These four quilts were crafted by Marlene Dorrington and Myla Borden of the Vale Quilters Association in New Glasgow, Nova Scotia. The quilts were designed by Nova Scotia artist, writer and arts organizer David Woods and are based on images collected during his travels through Nova Scotian communities.
About Myla Borden
Myla Borden turned to quiltmaking in 1993 when she was unable to find employment after earning her teaching degree from Nova Scotia Teachers College. Tutored by her aunt Frances Dorrington, a long-time quiltmaker, Myla initially made pattern quilts taken from popular books and magazines. In 1994, she joined the Northumberland Quilt Guild and began attending workshops to improve her quiltmaking techniques. In 1998, she made the quilt Passages for the exhibition In This Place. Passages depicts the journey of Africans from the continent through the slavery era in the United States to freedom in the northern free states and Canada. Unlike her previous quilts, Passages was a picture quilt using appliquéd human figures, African “nationalist colours” (red, green and black) and African patterns for the quilt borders. It was one of the most talked-about pieces in the exhibition and a bold representation of quilts as an art form. Inspired by this experience, Myla began making picture and narrative quilts that drew from stories and images of African Nova Scotian history and culture. She also began collaborating with artist/curator David Woods, developing original quilt designs using his artwork. Myla Borden was president of the Northumberland Quilt Guild for two terms (2004-2005). She is also a co-founder and the first president of both the African Nova Scotian Quiltmakers Association and the Vale Quilters Association in New Glasgow. Her quilts have been exhibited at the Art Gallery of Nova Scotia, the Museum of Industry in Stellarton and the Textile Museum of Canada in Toronto.
About Marlene Dorrington
Marlene Dorrington was born in Halifax and has lived in New Glasgow since 1952. She began quiltmaking after her retirement from the Michelin Tire plant in Stellarton in 1993. Like her daughter, Myla Borden, she was taught the basics of quiltmaking by Frances Dorrington (her sister). Marlene is a member of the Northumberland Quilt Guild, the Black Artists Network of Nova Scotia and the Vale Quilters Association. Marlene is a traditional quiltmaker known for her precise cutting and sewing and her mastery of traditional quilt patterns. Lately, she has been integrating African fabrics and using vibrant colour compositions in her quilts. Her quilts were exhibited in When Black Women Useta Fly (2002) and Our Ancestor’s Garden (2007).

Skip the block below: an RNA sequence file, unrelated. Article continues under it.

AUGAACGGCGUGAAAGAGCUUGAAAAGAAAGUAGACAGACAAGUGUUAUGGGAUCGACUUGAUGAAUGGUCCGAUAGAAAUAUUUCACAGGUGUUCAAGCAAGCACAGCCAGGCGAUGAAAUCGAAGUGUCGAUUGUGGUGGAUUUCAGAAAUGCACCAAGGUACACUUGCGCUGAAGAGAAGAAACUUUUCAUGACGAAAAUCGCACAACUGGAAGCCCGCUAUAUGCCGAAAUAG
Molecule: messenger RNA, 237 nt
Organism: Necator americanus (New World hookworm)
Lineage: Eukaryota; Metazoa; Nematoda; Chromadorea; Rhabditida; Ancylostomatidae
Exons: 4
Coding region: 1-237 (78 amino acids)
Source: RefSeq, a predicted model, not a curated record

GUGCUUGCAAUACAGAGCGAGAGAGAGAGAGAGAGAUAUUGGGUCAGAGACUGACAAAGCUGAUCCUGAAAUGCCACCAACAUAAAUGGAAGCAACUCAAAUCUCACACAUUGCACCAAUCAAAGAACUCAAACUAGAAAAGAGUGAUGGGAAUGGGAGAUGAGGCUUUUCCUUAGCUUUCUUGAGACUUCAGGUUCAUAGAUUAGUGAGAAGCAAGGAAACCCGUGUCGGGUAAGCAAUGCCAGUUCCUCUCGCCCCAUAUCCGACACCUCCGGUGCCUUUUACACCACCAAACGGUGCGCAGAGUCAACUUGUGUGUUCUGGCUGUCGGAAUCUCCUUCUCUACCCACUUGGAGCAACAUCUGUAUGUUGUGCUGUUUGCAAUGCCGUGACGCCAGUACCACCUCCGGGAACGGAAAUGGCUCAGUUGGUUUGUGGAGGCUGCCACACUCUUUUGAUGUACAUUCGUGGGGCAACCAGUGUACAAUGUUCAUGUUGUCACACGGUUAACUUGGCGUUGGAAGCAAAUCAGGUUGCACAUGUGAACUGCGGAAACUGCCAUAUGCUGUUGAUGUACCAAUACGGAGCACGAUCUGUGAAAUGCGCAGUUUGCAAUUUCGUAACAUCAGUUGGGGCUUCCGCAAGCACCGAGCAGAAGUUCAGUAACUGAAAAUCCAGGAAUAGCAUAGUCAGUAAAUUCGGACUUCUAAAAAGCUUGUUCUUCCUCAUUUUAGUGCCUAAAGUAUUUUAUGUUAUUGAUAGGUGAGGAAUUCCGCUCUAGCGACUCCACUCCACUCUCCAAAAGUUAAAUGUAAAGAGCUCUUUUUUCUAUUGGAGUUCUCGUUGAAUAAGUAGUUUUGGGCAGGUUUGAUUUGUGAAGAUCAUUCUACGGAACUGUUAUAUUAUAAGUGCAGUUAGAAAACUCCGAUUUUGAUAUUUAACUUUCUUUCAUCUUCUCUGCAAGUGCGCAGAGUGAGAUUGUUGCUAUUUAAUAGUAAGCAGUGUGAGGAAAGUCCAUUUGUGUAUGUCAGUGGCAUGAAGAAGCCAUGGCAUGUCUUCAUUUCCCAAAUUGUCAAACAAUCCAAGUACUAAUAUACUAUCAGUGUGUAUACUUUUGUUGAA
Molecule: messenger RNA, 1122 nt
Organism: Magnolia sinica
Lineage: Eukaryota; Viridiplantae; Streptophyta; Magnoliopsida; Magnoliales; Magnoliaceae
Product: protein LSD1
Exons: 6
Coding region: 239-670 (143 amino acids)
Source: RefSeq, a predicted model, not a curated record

About The Quilt Designs by David Woods
Initially, David’s interest in the quilt was solely as a craft object. In his curatorship research for In This Place, the very first exhibition of African Nova Scotian art in Nova Scotia (Anna Leowens Gallery, 1998), David travelled to Nova Scotian communities looking for paintings, drawings and wood carvings. In North Preston, a friend commented on his search: “Are you including quilts in your art show? Because that is what the women did–quiltmaking.” This comment prompted David to add quilts to his search and he eventually selected eight for inclusion in the exhibition.
In the following years, David became more familiar with the history of quiltmaking and its relationship to women and the Black community. As he developed close friendships with several quilt-makers, the quilt began to transform his own artwork. In 2007, David began creating “quilt drawings,” pencil sketches of on-the-road experiences. The incorporation of quilt patterns into these drawings created an epiphany: they made each drawing an entity, a complete art piece.
When David showed some of these drawings to the Vale Quilters in New Glasgow, the members were intrigued by the sketches and wanted to try their hand at creating quilts from them. Myla Borden was already crafting picture quilts about African Nova Scotian people and history and was the first to attempt a quilt from David’s sketches, resulting in The Ecstasy of Amelda Colley in 2007. In 2010, Myla suggested an exhibition based on David’s quilt drawings. Each member of the collective chose two drawings and their quiltmaking resulted in the very successful The Secret Codes: African Nova Scotian Narrative and Picture Quilts.
The exhibition title references the use of quilts as a subversive medium in times of slavery. Particular quilt patterns indicated safe houses to runaway slaves on the Underground Railroad. The idea of secretly-coded quilts has become an important leitmotif in African American and African Nova Scotian literary and artistic creation. The exhibition title also references “secret experiences” Black women shared while making quilts. David is thankful that he has been allowed to enter this “secret circle” and has been immensely enriched by the experience.